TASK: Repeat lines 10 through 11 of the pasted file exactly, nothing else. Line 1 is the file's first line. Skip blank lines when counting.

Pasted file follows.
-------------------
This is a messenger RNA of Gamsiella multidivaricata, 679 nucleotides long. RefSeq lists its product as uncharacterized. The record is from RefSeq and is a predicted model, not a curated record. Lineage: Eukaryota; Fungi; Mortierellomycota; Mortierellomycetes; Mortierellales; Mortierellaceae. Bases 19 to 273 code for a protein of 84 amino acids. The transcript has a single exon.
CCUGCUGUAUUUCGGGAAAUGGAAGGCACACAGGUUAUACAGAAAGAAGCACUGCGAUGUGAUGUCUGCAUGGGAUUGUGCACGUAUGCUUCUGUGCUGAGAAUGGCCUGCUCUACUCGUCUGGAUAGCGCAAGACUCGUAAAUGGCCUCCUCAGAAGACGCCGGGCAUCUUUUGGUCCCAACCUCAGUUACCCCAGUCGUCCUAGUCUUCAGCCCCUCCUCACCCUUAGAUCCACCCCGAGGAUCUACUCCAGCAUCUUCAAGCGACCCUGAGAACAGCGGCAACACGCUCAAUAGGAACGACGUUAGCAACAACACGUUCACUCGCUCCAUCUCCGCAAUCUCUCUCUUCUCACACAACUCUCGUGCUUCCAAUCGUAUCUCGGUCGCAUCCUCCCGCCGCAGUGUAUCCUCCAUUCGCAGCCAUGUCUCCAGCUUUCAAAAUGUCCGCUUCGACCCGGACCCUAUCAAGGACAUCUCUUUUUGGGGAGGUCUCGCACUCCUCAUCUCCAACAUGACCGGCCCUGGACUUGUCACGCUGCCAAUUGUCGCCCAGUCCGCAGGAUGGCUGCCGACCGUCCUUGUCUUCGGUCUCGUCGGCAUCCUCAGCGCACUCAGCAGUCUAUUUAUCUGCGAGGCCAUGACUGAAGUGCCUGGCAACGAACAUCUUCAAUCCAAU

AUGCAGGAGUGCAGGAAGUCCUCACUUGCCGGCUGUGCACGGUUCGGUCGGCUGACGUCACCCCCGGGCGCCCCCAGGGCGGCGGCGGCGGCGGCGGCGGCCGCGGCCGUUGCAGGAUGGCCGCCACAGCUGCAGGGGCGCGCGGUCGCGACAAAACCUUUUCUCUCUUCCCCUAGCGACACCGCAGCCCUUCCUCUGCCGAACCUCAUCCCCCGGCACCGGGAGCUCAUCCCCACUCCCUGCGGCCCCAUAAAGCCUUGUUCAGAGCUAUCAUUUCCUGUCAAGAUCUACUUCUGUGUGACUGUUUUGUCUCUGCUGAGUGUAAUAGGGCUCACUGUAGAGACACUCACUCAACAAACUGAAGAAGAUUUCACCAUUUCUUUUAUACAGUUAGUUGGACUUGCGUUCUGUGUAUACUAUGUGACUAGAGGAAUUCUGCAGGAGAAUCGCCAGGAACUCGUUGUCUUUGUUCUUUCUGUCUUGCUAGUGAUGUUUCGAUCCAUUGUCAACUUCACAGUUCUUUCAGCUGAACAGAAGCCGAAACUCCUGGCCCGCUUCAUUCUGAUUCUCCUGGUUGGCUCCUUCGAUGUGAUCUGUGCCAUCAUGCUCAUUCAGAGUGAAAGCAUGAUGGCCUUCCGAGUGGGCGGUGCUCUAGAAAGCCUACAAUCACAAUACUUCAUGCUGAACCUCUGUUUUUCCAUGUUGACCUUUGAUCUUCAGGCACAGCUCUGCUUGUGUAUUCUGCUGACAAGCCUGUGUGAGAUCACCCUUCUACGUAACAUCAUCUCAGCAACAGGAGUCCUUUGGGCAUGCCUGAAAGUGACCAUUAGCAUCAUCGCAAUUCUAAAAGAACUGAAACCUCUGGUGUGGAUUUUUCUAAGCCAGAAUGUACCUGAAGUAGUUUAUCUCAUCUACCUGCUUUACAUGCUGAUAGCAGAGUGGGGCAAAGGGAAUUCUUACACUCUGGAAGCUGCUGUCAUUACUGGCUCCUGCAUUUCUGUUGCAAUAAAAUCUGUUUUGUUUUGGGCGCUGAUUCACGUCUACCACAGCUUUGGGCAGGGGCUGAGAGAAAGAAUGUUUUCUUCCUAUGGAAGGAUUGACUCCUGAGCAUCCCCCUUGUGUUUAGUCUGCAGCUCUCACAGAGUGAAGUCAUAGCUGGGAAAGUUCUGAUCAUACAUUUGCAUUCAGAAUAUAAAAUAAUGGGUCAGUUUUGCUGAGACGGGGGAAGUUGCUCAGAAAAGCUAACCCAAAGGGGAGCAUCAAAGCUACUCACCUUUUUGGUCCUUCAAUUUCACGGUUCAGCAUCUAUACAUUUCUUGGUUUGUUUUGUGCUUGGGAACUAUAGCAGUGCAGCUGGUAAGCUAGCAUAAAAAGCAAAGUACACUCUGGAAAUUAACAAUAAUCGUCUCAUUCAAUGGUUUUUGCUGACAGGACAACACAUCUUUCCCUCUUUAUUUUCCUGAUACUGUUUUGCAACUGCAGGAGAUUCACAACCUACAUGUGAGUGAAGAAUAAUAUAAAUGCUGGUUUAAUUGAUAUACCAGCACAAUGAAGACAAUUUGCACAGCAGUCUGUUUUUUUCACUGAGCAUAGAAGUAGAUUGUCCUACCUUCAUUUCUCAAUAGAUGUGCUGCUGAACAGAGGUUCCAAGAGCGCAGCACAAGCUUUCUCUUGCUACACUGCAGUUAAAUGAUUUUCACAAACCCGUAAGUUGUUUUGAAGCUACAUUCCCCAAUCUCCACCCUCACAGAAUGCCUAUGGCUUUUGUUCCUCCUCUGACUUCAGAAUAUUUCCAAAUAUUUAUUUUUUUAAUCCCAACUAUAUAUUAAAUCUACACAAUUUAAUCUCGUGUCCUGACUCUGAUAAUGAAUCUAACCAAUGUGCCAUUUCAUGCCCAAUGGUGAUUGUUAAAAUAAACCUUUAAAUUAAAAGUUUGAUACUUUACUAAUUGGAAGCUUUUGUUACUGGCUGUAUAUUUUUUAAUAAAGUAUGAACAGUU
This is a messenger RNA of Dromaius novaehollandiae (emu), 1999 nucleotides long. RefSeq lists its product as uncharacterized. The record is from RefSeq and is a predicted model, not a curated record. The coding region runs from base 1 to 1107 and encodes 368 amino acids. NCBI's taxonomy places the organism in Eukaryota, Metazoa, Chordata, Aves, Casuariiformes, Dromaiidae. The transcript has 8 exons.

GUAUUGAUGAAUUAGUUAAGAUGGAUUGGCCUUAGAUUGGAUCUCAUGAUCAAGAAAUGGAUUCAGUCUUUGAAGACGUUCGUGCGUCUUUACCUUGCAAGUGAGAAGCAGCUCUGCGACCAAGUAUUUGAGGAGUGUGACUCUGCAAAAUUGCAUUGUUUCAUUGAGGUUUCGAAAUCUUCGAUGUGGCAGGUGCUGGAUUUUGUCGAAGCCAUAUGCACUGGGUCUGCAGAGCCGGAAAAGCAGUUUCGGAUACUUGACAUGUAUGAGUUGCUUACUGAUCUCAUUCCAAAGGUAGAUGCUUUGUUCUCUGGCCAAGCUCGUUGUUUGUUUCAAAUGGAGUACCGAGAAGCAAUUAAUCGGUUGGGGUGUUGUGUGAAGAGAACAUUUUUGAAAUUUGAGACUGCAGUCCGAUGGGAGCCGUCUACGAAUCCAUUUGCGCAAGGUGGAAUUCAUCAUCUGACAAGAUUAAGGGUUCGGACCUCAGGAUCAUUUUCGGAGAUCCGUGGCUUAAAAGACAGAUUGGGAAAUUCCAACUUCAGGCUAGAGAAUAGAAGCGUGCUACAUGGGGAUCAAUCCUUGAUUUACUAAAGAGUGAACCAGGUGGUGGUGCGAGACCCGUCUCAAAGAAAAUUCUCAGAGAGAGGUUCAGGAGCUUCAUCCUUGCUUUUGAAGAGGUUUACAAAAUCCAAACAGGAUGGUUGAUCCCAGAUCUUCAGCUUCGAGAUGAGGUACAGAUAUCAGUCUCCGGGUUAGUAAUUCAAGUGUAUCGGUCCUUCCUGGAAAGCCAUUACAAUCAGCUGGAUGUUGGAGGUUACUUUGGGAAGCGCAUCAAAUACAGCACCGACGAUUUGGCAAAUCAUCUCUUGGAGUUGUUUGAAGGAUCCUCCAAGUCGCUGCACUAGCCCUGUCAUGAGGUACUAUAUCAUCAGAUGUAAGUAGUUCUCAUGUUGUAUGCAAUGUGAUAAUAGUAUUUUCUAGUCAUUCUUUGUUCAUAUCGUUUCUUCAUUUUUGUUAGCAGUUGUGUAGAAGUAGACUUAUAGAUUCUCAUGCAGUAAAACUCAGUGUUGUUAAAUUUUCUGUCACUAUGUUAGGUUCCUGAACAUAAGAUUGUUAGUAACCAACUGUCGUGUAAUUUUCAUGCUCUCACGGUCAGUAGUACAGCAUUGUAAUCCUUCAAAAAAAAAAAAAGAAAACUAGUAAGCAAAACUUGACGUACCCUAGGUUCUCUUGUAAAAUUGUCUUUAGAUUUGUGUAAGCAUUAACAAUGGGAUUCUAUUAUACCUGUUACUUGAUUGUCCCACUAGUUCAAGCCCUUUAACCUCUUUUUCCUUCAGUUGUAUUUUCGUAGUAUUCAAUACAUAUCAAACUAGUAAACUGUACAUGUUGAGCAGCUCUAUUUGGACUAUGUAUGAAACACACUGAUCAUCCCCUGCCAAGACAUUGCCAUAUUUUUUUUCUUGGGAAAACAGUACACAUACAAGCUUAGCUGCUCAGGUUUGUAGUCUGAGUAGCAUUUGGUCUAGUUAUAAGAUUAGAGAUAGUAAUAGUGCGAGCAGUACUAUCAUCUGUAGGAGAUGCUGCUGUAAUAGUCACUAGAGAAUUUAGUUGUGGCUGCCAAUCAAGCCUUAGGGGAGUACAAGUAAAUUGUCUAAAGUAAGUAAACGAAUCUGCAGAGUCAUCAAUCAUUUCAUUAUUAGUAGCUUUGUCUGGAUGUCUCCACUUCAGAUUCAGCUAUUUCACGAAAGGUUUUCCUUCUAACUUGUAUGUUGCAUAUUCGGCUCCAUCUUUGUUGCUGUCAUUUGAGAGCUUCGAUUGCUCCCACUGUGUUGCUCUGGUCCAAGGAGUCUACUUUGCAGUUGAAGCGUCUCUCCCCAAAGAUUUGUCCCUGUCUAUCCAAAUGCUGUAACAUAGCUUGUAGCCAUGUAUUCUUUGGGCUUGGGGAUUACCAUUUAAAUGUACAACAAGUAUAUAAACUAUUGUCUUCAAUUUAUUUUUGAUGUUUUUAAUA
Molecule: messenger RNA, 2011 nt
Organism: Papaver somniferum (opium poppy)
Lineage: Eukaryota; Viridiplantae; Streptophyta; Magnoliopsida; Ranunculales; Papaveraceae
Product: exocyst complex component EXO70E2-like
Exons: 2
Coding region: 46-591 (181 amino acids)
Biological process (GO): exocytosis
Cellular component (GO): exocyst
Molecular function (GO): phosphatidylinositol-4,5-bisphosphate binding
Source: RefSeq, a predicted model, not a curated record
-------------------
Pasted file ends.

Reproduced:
Exons: 2
Coding region: 46-591 (181 amino acids)